I was 17 and involved in running a local youth council which was campaigning on youth homeless and unemployment. I got involved in the youth council a year earlier through the Catholic Youth Club I attended and which sent me as a delegate to a meeting to set up the youth council. I had planned to sit in the back; this was hard when only 3 people turned up, one of them heavily pregnant and two youth workers.

The campaigning work had involved meeting local councilors and the MP. We had tried to stand a candidate in a council by-election but then you had to be over 21 and we didn’t have anyone old enough. The election was the day before my 18th birthday so I couldn’t even take part in our campaign to spoil my paper in protest at 18 year olds being unable to stand and vote for themselves.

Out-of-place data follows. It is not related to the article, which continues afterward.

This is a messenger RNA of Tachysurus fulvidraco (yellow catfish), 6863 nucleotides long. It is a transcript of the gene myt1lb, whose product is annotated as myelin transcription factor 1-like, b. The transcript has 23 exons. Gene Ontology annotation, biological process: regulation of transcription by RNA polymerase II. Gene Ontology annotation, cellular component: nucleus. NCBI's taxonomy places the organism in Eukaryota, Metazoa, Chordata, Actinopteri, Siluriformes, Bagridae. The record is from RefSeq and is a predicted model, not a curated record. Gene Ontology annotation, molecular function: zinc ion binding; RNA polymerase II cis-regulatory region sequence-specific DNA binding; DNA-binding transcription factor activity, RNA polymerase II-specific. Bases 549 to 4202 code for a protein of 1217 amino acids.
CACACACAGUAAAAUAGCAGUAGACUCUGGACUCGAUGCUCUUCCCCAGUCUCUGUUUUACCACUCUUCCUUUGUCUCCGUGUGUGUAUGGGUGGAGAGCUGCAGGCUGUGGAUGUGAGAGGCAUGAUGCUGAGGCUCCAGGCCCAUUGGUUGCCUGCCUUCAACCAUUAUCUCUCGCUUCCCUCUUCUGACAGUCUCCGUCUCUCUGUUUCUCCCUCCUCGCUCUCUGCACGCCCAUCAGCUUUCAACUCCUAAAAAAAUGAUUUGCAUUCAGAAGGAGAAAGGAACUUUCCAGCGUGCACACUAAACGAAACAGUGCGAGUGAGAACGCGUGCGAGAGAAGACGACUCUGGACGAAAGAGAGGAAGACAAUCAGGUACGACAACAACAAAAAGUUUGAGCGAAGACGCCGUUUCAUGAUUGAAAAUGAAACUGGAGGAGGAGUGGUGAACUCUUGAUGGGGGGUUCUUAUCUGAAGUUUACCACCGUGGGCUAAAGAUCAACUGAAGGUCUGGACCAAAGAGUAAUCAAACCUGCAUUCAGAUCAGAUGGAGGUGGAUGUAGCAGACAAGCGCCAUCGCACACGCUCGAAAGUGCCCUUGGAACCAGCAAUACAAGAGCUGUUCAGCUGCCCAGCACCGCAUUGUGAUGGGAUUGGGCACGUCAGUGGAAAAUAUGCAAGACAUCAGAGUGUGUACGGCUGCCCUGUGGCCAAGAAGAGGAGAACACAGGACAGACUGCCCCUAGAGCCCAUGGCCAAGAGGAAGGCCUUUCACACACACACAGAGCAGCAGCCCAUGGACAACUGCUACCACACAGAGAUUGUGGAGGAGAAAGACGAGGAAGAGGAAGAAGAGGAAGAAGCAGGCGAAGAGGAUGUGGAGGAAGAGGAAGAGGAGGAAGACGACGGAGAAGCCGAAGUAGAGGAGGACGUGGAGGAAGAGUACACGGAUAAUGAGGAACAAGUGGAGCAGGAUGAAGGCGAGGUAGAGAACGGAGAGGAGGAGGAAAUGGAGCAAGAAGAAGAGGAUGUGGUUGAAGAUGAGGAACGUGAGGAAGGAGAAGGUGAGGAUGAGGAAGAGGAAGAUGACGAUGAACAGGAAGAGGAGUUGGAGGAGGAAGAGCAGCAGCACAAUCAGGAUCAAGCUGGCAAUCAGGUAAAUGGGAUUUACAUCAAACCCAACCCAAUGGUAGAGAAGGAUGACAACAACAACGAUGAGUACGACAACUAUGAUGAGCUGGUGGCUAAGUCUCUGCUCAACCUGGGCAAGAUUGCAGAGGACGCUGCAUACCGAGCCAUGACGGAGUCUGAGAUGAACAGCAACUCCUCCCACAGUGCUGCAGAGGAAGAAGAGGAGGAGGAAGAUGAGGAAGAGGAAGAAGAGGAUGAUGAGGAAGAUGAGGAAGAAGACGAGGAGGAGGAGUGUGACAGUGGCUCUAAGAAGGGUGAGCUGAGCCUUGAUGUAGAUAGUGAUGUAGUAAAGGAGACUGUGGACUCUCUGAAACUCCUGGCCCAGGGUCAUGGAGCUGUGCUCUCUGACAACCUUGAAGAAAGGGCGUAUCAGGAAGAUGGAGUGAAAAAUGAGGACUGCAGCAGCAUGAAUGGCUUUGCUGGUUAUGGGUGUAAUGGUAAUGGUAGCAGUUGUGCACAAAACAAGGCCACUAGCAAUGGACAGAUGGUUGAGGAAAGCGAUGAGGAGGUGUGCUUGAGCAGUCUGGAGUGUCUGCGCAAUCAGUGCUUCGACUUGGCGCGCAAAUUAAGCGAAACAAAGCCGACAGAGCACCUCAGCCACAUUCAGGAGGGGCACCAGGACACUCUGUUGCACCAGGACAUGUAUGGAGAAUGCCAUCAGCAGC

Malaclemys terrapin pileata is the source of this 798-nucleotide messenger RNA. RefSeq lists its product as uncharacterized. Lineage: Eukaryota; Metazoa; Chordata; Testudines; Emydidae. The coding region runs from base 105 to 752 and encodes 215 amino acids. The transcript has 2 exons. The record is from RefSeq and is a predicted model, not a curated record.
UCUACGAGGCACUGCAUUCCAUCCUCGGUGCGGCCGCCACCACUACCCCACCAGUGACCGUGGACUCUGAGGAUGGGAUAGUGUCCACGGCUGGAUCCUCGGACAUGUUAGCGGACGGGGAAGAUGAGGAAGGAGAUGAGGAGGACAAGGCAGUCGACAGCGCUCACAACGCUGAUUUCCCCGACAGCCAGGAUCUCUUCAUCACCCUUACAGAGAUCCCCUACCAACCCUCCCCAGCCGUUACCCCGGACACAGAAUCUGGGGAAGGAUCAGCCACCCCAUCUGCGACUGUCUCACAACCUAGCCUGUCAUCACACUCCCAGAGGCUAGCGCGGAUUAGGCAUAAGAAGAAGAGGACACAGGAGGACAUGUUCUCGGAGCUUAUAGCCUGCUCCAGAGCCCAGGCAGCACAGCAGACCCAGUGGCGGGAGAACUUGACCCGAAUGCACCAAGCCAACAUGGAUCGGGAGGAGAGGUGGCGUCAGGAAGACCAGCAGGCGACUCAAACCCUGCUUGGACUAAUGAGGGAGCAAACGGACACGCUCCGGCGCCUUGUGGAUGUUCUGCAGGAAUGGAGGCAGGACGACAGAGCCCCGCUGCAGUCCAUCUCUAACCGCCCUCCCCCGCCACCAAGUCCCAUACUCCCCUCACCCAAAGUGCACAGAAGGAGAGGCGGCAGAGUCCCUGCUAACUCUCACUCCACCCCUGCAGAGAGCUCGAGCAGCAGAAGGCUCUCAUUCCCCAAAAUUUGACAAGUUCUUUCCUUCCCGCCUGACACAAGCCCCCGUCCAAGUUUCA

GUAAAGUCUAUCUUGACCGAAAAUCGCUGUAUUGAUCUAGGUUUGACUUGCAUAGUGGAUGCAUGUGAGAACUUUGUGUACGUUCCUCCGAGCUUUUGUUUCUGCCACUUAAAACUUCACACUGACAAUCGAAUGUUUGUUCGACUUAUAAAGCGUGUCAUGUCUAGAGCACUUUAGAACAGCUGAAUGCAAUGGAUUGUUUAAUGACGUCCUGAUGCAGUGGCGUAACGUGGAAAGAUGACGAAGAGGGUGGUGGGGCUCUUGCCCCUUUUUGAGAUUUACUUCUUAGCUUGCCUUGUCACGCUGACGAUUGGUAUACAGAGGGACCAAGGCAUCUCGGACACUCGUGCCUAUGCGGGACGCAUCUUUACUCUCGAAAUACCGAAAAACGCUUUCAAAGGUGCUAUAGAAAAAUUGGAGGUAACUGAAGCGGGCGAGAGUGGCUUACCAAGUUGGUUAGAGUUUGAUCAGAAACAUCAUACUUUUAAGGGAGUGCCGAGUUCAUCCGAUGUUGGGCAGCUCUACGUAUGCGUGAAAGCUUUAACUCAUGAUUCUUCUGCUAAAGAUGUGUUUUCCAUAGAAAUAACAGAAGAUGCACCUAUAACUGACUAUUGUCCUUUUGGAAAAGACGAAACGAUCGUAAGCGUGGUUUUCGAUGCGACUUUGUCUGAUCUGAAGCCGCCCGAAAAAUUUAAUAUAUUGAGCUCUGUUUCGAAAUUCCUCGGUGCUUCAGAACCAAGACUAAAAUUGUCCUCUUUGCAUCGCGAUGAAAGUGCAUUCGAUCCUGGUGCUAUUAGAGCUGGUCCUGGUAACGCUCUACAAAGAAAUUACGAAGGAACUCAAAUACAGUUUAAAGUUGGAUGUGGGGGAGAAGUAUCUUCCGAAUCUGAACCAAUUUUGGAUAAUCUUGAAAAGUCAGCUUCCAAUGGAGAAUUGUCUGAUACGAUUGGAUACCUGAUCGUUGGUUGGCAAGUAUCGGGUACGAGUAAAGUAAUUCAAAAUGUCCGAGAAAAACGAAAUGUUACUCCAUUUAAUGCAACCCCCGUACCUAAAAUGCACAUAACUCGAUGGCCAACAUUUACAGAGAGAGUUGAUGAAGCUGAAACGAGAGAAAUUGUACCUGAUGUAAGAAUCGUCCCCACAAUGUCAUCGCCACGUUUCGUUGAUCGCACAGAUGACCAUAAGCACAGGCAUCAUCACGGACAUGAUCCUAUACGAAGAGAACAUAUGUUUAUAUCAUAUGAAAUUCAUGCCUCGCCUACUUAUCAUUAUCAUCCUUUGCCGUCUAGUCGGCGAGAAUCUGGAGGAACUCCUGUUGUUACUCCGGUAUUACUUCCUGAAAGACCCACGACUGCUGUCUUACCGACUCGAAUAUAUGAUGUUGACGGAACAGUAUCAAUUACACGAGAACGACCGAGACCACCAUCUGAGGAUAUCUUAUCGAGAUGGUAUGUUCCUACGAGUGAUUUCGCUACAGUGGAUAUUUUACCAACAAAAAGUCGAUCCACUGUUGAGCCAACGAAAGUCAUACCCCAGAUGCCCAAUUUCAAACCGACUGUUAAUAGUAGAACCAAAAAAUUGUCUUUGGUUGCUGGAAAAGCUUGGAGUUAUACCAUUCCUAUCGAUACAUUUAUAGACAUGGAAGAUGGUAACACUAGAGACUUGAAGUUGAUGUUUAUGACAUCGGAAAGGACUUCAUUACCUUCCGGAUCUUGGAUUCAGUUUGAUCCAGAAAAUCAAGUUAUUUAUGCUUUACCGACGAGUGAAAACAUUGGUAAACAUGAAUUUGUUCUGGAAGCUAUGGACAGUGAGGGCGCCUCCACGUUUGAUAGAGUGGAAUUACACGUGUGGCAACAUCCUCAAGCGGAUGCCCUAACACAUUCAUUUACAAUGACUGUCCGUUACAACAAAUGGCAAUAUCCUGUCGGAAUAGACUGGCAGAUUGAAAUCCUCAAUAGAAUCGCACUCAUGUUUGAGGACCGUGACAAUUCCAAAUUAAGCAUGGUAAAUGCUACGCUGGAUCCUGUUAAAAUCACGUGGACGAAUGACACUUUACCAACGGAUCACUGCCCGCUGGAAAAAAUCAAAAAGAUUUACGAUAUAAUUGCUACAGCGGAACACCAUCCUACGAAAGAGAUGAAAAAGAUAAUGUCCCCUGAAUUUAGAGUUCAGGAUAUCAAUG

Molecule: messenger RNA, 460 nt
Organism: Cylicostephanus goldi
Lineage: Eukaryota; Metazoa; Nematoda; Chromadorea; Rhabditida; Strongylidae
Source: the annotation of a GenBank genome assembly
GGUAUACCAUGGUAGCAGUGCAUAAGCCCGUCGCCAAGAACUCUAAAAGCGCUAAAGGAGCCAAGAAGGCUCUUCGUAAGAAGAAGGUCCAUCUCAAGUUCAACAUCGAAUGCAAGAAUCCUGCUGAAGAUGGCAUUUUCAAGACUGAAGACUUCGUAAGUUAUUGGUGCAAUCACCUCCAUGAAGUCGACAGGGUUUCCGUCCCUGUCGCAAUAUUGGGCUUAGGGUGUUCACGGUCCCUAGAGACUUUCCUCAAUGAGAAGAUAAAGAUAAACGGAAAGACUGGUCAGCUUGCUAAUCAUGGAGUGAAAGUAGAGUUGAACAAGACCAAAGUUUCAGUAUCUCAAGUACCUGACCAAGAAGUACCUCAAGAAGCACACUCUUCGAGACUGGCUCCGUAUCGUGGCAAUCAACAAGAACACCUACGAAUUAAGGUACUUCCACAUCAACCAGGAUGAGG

I decided to join the Labour Party. My dad a traditional Labour supporter told me that if I ever joined a political party he would kick me out the house as they were all dishonest and would ‘stab you in the back’.

I joined Bishopsworth Branch Labour Party in April 1982. I should say I was allowed to join. The Branch Secretary liked to keep the membership at 51. 50 members gave you 4 votes at the constituency meetings, 51 gave you 6 so there was no need for more after you reached that magic figure. Some years later when I was membership secretary I found several members who didn’t even know that they were because that nice Mr Cocks actually paid their subscriptions and filled in the forms.